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Iran oil exports rise to 1.2 mn barrels per day

Iran's crude oil exports have hit 1.2 million barrels per day, almost doubling from eight months ago when the country elected a new president, a top government official said Friday. Mansour Moazami, who holds the planning brief among the Islamic republic's five deputy oil ministers, said the numbers were 20 percent above forecasts and they would rise further. "When the government took office, exports were around 700,000 barrels per day," Moazimi was cited as saying by Mehr, a semi-official government news agency.

Rouhani says Iran sanctions will unravel in months

DUBAI (Reuters) - President Hassan Rouhani said on Tuesday international sanctions on Iran would unravel in months following negotiations with world powers on its nuclear program, the official IRNA news agency reported. Some international sanctions imposed over Iran's nuclear program have been eased temporarily after a deal was reached last year with world powers, but Washington has said the lifting of sanctions can only happen "in total" after a comprehensive deal is reached.

Iran economy stabilizing, to soar if deal reached

Iran's economy is stabilizing and will post substantially stronger growth if the Islamic republic reaches a comprehensive deal with world powers on its nuclear program, the IMF said Friday. The International Monetary Fund estimates that Iran's economy shrank by 1.7 percent in 2013, the second straight year of contraction after the United States and its allies imposed sweeping sanctions.

Top Russian diplomat rejects US warnings against striking oil deal with Iran

MOSCOW - A senior Russian diplomat on Wednesday angrily rejected U.S. warnings against striking an oil-for-goods contract with Iran, saying that Moscow wouldn't be intimidated by threats. Deputy Foreign Minister Sergey Ryabkov said in remarks carried by the state RIA Novosti news agency that an increase in Russian-Iranian trade is a "natural process that doesn't involve any elements of political or economic challenge to anyone."

Kerry says Iran 'breakout' window now seen as two months

WASHINGTON (Reuters) - U.S. Secretary of State John Kerry said on Tuesday the current view of the Iran "breakout" period for developing nuclear weapons capability is two months. "I think it's public knowledge today that we're operating with a time period for a so-called breakout of about two months. That's been in the public domain," Kerry testified at a Senate hearing. Iran's breakout time is defined as how long it would take it to produce fissile material for one weapon.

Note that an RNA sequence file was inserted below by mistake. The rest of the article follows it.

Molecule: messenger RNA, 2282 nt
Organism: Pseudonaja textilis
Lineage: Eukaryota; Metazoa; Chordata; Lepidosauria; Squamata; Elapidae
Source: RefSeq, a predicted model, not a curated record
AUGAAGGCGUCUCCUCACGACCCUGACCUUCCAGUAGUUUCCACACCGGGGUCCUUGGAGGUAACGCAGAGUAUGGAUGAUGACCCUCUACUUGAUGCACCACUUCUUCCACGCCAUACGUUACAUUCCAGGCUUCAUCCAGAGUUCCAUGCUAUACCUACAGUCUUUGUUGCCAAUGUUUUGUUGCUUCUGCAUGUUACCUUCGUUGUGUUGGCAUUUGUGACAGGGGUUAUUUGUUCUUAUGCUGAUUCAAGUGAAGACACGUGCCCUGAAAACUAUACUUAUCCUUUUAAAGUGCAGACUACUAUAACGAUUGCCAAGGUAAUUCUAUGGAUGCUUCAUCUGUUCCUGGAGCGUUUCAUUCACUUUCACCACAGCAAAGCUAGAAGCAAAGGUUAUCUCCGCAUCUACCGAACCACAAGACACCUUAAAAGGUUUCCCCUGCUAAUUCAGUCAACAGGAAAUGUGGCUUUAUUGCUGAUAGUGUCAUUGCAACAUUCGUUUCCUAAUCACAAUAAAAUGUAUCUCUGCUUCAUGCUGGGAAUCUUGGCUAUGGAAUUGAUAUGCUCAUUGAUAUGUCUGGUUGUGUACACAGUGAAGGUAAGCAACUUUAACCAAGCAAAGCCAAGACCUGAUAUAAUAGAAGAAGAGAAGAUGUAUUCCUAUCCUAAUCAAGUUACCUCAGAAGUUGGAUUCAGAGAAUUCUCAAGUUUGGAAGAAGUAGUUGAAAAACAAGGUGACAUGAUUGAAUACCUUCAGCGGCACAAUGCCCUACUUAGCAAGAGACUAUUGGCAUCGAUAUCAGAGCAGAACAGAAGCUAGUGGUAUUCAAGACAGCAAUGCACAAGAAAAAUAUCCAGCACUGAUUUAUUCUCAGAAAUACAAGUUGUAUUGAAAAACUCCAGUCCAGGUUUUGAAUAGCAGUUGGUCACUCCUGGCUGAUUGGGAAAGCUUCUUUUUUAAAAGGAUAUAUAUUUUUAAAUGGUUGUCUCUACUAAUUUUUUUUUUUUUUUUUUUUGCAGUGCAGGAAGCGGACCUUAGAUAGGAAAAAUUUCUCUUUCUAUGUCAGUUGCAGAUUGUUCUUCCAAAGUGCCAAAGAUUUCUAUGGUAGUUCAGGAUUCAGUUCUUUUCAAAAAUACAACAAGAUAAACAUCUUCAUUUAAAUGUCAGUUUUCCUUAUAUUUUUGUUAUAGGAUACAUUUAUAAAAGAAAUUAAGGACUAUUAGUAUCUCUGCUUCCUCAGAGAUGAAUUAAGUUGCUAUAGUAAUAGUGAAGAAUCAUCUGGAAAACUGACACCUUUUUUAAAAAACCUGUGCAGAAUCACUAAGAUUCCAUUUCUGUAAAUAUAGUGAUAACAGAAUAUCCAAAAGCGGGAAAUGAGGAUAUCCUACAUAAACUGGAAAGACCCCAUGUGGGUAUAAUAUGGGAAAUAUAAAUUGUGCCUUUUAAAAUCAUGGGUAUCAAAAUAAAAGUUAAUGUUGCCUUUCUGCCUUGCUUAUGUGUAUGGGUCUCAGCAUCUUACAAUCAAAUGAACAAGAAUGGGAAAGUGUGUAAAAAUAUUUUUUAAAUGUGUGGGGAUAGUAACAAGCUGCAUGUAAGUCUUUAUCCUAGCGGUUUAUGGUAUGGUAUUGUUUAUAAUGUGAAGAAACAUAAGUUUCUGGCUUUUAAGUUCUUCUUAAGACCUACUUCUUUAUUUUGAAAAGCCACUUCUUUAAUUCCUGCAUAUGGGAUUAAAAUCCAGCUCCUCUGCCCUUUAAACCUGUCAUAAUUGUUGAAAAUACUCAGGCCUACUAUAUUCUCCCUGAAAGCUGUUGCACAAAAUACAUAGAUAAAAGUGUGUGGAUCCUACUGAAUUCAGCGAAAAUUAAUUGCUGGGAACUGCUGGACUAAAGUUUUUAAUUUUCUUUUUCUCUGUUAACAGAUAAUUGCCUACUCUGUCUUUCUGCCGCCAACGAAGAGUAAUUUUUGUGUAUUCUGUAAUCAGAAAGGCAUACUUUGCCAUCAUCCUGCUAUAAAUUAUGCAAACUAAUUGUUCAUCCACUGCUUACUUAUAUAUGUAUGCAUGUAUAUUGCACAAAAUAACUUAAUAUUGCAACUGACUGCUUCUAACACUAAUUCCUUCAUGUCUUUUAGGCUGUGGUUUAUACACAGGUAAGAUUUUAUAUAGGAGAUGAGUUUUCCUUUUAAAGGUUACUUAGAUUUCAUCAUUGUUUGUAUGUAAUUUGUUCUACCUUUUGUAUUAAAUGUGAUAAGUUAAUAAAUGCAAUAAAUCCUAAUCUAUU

Boeing says it received US license to export certain aircraft spare parts to Iran

CHICAGO - Boeing Co. said Friday that it received U.S. government approval to export certain spare parts for commercial airplanes to Iran. A Boeing spokesman said that the parts were needed to ensure safe flight, but he declined to describe them further or put a dollar amount on them. The spokesman, Marc Birtel, said Boeing's last delivery to Iran was a 747-100 jumbo jet in August 1979 — three months before American hostages were seized at the U.S. embassy in Tehran.

Treasury official: Firms not in new deals with Iran after pact

By Patricia Zengerle WASHINGTON (Reuters) - The top U.S. Treasury Department official responsible for sanctions said on Wednesday there is no evidence that any companies are taking advantage of a preliminary nuclear agreement with Iran by reaching new deals in Iran.

U.S. investigates Deutsche Boerse unit over Iran sanctions

By Jonathan Gould FRANKFURT (Reuters) - German exchange operator Deutsche Boerse has again become the target of U.S. authorities in an investigation over whether its Clearstream Banking unit violated U.S. money laundering and Iran sanction laws. Deutsche Boerse on Wednesday said Clearstream was cooperating in an investigation launched by the U.S. Attorney for the Southern District of New York, months after reaching a $152 million settlement with the U.S. Treasury's Office of Foreign Assets Control (OFAC) over the same issue.

Iran fuel price hikes will be big test for Rouhani

By Parisa Hafezi ANKARA (Reuters) - Looming fuel price rises in Iran will be the first major test of President Hassan Rouhani's ability to retain public support in the face of attacks from his hardline rivals. Since he was elected in August, Rouhani has pleased many Iranians by reaching an interim agreement with the United States and the European Union on his country's nuclear program, and pursuing a deal that would end economic sanctions against Iran.

Sanctions on Gunvor's Russian co-founder put oil traders on guard

By Joshua Schneyer and Edward McAllister NEW YORK (Reuters) - Minutes after the U.S. government said Thursday it would punish the Russian co-owner of the world's No.4 private oil trading firm Gunvor SA with crippling sanctions, traders and bankers active in global oil markets began asking urgent questions.
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